1. more time on the audit process
1. The Enron executive team including Kenneth Lay, Jeffrey Skilling, Andrew Fastow and other executives, were the key players in the crisis. The business practices they used when creating hundreds of SPE’s and diverting large amounts of liabilities to those off-balance sheet entities.
Enron was aware of the minimal accounting guidelines for SPE’s and used them to their advantage. To create such a complex “paper” structure, the executives had to have coordinate their plans with the accountants to ensure the transaction were done to benefit the company’s financial statements.Skilling had a goal to transform Enron into “the world’s greatest company”.
His determination to achieve this goal was the ultimate demise of Enron. The finding from the case against Enron stated that the notes in the financial statements regarding the transactions with deliberately vague or used confusing language. The accountants at Enron preparing the 10Q and 10K documents would be well aware of the transactions and would be the people responsible for the preparation of the footnotes in the filings.Sherron Watkins, the vice president of corporate development with an accounting background was one of the only executive members to aggressively reach out to Kenneth Lay to express her concern with the accounting decisions. The role of the Arthur Anderson audit team in the Enron crisis was not as direct as those on the executive committee.
However, Arthur Anderson completed the annual audits of the Enron financial statements and issued an unqualified opinion. Anderson failed to make proper acknowledgement of the revenue recognition practices and use of SPE’s to divert debt.They did not react until Enron started its financial decline. Anderson spends over 50% of its time at Enron consulting. Had they invested more time on the audit process reviewing the accounting practices, the loss may have been minimized and clearly defined Anderson’s as an independent auditor.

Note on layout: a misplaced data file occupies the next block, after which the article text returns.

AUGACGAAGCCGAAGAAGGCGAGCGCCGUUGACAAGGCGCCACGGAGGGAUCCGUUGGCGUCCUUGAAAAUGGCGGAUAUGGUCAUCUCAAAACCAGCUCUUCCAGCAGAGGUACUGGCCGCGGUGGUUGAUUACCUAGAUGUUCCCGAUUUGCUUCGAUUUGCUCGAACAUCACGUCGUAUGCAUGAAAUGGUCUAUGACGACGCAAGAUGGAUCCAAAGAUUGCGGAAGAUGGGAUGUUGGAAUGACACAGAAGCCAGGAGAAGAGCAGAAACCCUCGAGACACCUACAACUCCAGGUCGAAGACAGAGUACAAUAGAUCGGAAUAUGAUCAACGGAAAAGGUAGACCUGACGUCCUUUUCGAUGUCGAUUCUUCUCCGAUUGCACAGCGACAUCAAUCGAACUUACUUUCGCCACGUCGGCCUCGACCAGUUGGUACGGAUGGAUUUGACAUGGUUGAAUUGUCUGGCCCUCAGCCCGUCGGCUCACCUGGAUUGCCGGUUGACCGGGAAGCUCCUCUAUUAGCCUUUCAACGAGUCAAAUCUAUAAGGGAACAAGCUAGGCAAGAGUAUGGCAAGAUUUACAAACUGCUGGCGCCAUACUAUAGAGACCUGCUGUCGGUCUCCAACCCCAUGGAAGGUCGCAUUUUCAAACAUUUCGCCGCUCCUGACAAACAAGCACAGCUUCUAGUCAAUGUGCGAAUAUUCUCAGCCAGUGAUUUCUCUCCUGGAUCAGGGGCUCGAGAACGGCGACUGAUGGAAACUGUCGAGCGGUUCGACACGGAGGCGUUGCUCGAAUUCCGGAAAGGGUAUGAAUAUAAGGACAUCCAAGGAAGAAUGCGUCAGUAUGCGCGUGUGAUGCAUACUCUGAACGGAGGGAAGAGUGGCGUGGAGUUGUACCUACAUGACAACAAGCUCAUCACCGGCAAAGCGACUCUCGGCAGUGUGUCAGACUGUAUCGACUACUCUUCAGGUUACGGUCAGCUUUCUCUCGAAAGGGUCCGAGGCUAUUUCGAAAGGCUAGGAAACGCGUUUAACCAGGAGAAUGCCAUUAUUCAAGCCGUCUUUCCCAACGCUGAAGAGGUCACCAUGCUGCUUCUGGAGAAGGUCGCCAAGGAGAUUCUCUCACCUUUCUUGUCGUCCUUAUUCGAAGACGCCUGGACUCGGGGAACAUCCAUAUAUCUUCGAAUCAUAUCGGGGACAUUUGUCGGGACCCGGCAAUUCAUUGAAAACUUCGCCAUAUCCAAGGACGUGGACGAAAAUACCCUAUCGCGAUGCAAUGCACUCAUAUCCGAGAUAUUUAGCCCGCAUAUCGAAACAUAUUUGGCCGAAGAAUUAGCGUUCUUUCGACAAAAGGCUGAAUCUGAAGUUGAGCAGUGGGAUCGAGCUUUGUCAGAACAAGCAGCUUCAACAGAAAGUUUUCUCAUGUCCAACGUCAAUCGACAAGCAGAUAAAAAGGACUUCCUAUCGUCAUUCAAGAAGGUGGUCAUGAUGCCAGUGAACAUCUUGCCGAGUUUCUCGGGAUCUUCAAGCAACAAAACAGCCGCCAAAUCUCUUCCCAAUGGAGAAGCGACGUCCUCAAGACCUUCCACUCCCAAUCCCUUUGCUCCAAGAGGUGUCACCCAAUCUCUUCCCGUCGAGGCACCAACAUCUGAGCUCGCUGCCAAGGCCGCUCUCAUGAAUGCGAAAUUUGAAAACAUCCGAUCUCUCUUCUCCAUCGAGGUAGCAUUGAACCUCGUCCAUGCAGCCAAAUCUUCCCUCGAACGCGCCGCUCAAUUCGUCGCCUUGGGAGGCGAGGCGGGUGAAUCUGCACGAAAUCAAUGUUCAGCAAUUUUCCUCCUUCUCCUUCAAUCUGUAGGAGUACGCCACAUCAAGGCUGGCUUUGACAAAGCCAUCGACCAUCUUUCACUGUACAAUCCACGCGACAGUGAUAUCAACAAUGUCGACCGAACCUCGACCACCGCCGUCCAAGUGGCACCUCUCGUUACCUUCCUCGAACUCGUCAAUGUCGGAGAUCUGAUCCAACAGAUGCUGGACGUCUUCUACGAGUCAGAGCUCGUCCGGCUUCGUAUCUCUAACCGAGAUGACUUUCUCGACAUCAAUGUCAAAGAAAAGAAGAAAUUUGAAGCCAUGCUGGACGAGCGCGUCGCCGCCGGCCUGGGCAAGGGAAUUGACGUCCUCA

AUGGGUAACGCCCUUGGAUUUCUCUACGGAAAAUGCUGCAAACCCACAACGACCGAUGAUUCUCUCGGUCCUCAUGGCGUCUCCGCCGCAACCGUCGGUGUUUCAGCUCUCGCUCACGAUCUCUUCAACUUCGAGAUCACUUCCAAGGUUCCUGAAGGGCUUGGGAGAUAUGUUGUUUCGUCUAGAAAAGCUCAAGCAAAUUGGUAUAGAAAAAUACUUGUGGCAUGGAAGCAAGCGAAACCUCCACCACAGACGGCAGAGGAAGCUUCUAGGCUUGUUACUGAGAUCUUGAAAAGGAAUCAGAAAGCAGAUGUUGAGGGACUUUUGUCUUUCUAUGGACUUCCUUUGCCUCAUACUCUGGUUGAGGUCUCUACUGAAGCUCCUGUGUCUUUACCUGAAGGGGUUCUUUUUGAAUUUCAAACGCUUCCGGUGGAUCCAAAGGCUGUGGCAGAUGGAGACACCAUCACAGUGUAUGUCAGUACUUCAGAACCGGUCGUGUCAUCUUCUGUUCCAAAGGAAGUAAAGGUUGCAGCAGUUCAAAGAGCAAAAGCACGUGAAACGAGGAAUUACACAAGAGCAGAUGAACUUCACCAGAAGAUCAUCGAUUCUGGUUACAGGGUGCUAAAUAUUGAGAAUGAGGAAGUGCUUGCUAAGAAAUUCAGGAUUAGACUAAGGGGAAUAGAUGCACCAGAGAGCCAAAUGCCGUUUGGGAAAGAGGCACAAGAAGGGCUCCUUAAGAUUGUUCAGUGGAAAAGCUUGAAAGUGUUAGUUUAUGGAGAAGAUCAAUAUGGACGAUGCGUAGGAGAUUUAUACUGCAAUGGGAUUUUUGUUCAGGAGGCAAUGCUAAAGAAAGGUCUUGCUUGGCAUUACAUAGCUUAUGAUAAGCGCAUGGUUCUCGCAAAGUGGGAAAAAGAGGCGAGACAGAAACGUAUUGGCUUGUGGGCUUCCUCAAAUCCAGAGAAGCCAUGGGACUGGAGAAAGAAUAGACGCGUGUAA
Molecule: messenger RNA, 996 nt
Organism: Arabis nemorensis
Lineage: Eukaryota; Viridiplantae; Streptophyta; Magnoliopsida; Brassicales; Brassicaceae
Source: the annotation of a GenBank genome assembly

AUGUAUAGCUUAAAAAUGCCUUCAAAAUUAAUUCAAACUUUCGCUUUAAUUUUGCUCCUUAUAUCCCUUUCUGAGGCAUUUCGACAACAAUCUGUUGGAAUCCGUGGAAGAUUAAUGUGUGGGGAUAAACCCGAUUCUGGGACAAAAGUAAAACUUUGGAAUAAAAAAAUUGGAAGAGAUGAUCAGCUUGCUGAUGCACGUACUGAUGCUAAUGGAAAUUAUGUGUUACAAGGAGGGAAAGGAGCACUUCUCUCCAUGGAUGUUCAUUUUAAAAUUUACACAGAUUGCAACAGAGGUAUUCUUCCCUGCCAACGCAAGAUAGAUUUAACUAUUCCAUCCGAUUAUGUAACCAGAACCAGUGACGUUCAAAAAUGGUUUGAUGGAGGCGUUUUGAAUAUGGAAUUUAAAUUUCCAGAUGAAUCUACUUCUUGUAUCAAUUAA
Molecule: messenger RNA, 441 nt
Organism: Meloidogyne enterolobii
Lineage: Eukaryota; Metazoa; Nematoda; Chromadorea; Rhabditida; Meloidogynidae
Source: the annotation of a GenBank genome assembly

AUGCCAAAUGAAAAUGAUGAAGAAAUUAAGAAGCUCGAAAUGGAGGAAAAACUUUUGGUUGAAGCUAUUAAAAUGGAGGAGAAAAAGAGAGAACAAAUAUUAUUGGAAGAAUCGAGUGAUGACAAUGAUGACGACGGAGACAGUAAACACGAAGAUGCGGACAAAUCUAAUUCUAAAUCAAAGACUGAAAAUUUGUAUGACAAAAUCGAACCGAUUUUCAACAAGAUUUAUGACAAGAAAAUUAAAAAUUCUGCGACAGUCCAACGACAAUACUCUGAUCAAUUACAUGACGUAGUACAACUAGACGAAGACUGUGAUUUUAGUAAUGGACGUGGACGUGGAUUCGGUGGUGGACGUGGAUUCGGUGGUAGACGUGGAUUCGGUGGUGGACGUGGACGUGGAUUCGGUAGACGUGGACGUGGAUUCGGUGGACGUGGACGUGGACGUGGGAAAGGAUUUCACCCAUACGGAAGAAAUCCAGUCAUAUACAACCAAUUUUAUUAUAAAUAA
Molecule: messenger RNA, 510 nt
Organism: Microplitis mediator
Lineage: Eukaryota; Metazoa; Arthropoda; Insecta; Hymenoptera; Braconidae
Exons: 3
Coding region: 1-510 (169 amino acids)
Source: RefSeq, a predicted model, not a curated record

2. In recent years, audit firms have provided their clients with consulting services such as reviewing and commenting on business plans, defining requirements for information systems and assisting in the installation of an information system.Audit firms may also assist in merging organizations.
If an audit firm provides a consulting service, they must be aware of any potential treat that service made present when the firm completes an audit. According to the AICPA Guide to Independence, activities in any of the above mentioned services that may impair independence are authorizing or a transaction on behalf of a client, preparing the client’s source documents, having custody of a client’s assets and establishing internal controls, including those that monitoring ongoing activities.To help ensure the audit firm’s independence, the client must agree to make all management decisions and perform all management functions, evaluate the results of the services performed an accept responsibility for the results of the services.
3. The excerpts from the Power’s Report regarding Anderson’s involvement in the Enron SPE transactions detail a list of actions that would violate professional auditing standards.The first item noted states that Enron’s accounting treatment was determined with the extensive participation and advice from Anderson. In addition, some of the SPE structuring and transactions were approved by one or more of the Anderson auditors. This shows a lack of independence by the firm. Anderson should not be authorizing transactions of the company in their consulting capacity.
If this is true, Anderson would be auditing work that they created and approved.And these transactions created the understated debt at Enron and over stated earnings. 4. Key requirements for the preparation and retention of audit work papers can be found in SAS 103.
Documentation should be detailed to give experienced auditors who were not previously involved in the audit a clear understanding of the work performed, the evidence obtained and the conclusions reached. Oral explanations are not sufficient to document auditors’ work or conclusions, but auditors may use them to clarify or explain information in the documentation.Auditors should document audit evidence that is inconsistent with audit conclusions regarding significant issues and explain how they addressed the contradiction in forming the conclusion. Auditors should complete audit documentation within 60 days from the audit report date.
Subsequent deletions from the documentation are prohibited and any additions should be documented. Audit documentation should be retained until at least five years after the report release date. The audit work papers belong to the audit firm.